Gold doorways, amphitheatre-style display shelves and velvet furnishings appear in fashion label Bally’s showroom in Milan, which Italian studio Storagemilano has designed to hint at the building’s dramatic past.
The 2,400 square-metre Bally showroom occupies a corner plot in Milan’s Porta Venezia district, displaying the luxury fashion brand’s seasonal collections at ground level and accommodating its communications, design, and merchandising employees in offices on the upper three floors.
At the turn of the 20th-century the building had operated as a theatre, before becoming a cinema in 1925 that eventually closed in the late 1980s.
Local studio Storagemilano were told to keep this history in mind when revamping the interiors, which are now opulently decked out in luxurious materials like marble, brass, and velvet.
“The emphasis was placed on retaining key elements from the past, whilst linking them to contemporary and modern attitudes of intervention,” explained Bally.
Visitors access the building through a domed foyer, which is anchored by a huge rust-red marble counter. A ring-shaped chandelier composed of neon letters that spell out the brand’s name is suspended at the centre of the ceiling.
While the space’s existing brick surfaces have simply been freshened up with a coat of white paint, the studio has replaced the formally dark-tinted windows with frameless panels of glass to let in more natural light and allow passersby to look in from the street outside.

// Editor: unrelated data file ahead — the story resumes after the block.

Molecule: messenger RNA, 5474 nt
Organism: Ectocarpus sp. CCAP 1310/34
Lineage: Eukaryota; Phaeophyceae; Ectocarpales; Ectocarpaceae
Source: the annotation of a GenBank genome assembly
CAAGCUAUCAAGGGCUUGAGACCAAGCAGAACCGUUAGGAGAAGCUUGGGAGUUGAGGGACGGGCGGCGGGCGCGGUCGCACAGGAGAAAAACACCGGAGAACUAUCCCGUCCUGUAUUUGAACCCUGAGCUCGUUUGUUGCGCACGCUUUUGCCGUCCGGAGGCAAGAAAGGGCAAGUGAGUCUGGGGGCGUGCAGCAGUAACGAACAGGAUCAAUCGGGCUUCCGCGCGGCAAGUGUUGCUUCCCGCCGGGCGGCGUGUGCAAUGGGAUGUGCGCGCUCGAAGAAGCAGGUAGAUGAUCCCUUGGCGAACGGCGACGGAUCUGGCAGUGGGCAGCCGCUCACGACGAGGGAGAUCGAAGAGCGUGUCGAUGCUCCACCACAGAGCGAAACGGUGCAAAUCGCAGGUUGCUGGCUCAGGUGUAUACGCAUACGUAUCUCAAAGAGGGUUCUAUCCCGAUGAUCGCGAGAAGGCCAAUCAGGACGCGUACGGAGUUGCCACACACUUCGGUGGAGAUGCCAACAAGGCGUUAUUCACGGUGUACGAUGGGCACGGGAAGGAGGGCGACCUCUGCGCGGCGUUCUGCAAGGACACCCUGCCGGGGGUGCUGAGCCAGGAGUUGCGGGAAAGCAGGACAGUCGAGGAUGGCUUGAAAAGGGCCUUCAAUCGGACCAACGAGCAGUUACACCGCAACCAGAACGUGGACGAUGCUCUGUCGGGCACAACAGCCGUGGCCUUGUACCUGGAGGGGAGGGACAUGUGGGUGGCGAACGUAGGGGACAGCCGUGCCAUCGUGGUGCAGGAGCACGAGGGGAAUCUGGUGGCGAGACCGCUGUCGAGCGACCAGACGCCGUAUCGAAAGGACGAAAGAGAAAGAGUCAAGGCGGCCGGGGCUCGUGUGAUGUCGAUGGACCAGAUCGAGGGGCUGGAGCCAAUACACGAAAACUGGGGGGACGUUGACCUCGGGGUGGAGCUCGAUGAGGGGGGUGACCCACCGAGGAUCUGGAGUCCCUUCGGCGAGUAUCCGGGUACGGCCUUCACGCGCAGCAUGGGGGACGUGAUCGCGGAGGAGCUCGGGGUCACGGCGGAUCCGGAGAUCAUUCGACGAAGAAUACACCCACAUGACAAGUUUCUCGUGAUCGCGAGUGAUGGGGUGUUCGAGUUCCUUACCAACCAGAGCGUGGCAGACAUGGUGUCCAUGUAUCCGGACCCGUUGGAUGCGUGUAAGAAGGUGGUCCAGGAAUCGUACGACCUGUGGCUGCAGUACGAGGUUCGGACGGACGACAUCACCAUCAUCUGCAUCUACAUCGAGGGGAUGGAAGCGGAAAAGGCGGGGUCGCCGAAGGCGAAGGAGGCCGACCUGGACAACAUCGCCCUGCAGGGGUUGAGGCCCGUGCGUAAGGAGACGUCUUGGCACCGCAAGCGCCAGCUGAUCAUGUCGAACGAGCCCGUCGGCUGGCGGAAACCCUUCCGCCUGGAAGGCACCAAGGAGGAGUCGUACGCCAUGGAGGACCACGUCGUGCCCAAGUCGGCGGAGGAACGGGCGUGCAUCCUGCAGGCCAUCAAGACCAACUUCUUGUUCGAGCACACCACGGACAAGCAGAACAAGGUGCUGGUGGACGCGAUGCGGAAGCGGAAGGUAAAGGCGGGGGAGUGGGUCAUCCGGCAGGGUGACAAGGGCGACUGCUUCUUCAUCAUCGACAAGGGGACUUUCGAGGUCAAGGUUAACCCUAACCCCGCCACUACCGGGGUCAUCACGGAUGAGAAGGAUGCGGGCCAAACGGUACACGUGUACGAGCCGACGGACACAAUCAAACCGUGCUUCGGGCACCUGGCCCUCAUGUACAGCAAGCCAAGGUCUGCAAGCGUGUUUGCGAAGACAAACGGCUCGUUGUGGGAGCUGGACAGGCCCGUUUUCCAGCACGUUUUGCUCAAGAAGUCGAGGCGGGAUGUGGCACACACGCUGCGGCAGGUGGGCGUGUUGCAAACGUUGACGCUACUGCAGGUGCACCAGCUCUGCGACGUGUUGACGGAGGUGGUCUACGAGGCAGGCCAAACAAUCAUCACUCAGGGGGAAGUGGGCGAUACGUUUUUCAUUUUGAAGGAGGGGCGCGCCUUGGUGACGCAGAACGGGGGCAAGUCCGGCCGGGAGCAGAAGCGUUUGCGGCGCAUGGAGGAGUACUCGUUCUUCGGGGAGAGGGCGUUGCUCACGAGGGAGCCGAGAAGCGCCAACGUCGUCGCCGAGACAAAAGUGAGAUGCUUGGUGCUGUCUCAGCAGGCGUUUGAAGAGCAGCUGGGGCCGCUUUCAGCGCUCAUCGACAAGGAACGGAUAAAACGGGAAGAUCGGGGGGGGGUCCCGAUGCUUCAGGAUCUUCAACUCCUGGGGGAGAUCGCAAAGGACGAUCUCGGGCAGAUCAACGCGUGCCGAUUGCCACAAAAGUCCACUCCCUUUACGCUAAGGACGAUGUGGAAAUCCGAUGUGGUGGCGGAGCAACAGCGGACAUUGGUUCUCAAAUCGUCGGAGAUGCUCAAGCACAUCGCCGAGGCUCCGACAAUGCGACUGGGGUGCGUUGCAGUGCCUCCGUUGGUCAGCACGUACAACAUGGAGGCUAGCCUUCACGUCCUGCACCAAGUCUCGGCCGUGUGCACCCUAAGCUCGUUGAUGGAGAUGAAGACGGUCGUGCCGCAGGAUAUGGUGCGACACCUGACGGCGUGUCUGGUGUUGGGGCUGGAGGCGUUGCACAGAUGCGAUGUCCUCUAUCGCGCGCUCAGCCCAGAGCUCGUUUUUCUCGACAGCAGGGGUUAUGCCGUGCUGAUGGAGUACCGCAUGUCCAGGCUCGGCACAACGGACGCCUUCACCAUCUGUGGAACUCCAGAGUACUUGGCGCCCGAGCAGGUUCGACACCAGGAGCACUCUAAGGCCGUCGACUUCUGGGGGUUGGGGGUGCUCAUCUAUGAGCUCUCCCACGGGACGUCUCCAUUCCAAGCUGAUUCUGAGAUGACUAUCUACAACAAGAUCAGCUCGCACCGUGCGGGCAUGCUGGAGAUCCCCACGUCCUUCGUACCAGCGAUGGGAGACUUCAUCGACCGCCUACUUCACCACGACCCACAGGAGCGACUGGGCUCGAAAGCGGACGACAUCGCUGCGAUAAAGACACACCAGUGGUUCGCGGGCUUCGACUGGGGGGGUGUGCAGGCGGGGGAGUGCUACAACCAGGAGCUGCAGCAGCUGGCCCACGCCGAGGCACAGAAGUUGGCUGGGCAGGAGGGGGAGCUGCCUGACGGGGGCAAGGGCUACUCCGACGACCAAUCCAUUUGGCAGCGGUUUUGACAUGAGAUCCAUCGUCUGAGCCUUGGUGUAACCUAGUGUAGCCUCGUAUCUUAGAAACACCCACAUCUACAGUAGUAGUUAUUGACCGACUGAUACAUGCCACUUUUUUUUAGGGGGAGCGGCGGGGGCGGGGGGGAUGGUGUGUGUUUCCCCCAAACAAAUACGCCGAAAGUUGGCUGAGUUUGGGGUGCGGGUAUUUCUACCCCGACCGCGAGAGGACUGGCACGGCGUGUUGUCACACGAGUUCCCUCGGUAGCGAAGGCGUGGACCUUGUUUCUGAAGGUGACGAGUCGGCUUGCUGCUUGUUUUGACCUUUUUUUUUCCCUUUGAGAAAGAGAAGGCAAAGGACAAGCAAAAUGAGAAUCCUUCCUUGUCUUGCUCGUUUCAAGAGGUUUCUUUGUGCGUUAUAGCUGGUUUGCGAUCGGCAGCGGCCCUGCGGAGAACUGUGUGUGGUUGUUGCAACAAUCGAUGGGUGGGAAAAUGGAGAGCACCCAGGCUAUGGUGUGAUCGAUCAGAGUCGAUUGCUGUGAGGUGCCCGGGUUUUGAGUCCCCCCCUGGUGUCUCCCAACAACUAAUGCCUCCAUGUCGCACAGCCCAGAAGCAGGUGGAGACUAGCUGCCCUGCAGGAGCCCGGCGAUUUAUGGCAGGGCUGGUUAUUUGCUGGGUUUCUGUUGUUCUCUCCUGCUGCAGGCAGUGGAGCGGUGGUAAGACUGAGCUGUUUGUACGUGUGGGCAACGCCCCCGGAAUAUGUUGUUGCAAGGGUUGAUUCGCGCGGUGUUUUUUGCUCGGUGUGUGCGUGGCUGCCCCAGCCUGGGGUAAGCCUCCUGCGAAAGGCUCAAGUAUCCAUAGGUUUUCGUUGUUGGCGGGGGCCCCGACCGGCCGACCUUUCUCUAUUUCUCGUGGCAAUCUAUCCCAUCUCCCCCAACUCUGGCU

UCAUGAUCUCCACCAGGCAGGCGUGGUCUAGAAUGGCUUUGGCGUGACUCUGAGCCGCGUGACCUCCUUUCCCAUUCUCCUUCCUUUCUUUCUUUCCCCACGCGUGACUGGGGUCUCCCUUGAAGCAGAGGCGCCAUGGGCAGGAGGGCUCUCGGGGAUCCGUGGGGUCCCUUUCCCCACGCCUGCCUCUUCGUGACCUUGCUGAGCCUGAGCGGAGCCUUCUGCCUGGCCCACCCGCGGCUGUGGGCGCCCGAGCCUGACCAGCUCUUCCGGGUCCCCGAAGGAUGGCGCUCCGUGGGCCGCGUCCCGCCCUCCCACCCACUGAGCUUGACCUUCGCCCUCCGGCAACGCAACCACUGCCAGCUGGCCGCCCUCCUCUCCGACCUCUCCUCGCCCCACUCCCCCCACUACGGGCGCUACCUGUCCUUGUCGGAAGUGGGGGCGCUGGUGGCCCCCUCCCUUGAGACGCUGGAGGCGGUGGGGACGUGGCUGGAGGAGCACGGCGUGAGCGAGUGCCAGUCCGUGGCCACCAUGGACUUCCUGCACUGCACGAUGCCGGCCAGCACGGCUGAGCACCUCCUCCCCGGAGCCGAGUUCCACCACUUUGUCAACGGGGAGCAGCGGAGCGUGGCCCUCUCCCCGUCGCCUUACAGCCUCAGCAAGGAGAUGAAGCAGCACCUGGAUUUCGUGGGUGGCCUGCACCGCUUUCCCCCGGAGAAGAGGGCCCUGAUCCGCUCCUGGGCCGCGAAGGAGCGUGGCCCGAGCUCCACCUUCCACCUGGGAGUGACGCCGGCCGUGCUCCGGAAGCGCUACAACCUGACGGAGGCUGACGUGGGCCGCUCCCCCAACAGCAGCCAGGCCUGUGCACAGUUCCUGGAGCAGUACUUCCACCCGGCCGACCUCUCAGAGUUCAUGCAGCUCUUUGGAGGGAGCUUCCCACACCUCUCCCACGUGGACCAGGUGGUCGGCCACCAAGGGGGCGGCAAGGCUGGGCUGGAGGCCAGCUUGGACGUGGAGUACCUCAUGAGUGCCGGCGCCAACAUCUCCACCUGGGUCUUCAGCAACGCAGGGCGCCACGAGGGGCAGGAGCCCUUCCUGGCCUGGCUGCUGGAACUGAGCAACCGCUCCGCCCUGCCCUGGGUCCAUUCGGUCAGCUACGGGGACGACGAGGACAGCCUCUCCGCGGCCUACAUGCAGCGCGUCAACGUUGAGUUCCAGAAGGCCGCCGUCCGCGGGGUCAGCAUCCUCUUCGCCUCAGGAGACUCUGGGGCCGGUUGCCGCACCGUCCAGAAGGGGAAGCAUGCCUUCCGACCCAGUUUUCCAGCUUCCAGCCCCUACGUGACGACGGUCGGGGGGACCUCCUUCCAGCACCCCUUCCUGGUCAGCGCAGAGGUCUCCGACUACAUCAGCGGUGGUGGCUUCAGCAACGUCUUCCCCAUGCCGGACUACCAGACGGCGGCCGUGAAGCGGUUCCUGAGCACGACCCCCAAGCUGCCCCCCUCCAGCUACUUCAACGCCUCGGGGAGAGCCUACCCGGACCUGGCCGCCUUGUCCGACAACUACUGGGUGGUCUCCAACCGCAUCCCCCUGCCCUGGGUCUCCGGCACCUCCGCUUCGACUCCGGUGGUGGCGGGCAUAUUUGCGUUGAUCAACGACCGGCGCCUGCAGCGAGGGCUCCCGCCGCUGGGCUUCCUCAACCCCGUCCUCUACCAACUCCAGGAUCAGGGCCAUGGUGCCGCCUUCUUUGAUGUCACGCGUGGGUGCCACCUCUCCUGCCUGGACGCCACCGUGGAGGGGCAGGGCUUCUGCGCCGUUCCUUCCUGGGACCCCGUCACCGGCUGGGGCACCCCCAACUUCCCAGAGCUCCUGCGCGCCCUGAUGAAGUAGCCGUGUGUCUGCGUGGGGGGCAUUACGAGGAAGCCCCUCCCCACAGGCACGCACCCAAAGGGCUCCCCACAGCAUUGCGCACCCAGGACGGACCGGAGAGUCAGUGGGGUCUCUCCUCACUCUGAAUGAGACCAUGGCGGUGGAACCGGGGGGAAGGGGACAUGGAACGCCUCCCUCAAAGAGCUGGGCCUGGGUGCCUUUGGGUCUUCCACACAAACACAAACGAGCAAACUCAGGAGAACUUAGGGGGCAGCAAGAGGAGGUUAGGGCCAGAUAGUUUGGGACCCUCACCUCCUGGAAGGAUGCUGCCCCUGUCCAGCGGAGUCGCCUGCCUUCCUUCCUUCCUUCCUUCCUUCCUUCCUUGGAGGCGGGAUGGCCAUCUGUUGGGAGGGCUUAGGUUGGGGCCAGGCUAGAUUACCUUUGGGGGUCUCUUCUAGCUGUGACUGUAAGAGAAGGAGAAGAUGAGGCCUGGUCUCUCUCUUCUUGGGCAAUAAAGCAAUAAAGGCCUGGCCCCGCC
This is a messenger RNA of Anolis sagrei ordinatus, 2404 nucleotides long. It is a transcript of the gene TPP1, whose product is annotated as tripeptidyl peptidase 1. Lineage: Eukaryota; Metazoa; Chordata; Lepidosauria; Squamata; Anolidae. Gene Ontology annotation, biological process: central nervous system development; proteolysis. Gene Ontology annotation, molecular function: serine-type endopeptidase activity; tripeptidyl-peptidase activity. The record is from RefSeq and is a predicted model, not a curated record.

“The entrance was designed as a gallery space with a rotating display of new works – connecting with the community and providing a window into Bally,” added the brand. “This is the foyer of our theatre.”
The same coloured marble is used to create a bench seat and to frame the space’s three gold doorways, which are centred by tall panels of brass that can be pivoted to reveal or conceal the inner showroom.
Here, shoes are presented on stepped shelving blocks that are meant to emulate the seating in an amphitheatre. Crafted from fibre concrete and built on wheels, the blocks can be moved around to create different display “scenes”.
As clothes are hung on slim brass rails that line the peripheral walls, the centre of the room is dotted with large chest of drawers upholstered in rich, egg yolk-coloured fabric. Grey marble-topped tables and chairs designed by French architect Jean Prouvé have also been used to dress the space.
Blush-pink velvet rugs are placed at several points across the floor as a subtle visual nod to the heavy velvet curtains typically drawn across a theatre’s stage before a performance begins.
Earlier this year high-end fashion label Calvin Klein opened a striking showroom in Paris, which featured paint-splashed ceilings and a huge hanging sculpture composed of pompoms, fringing, and chrome buckets.
Photography is by Alberto Strada.
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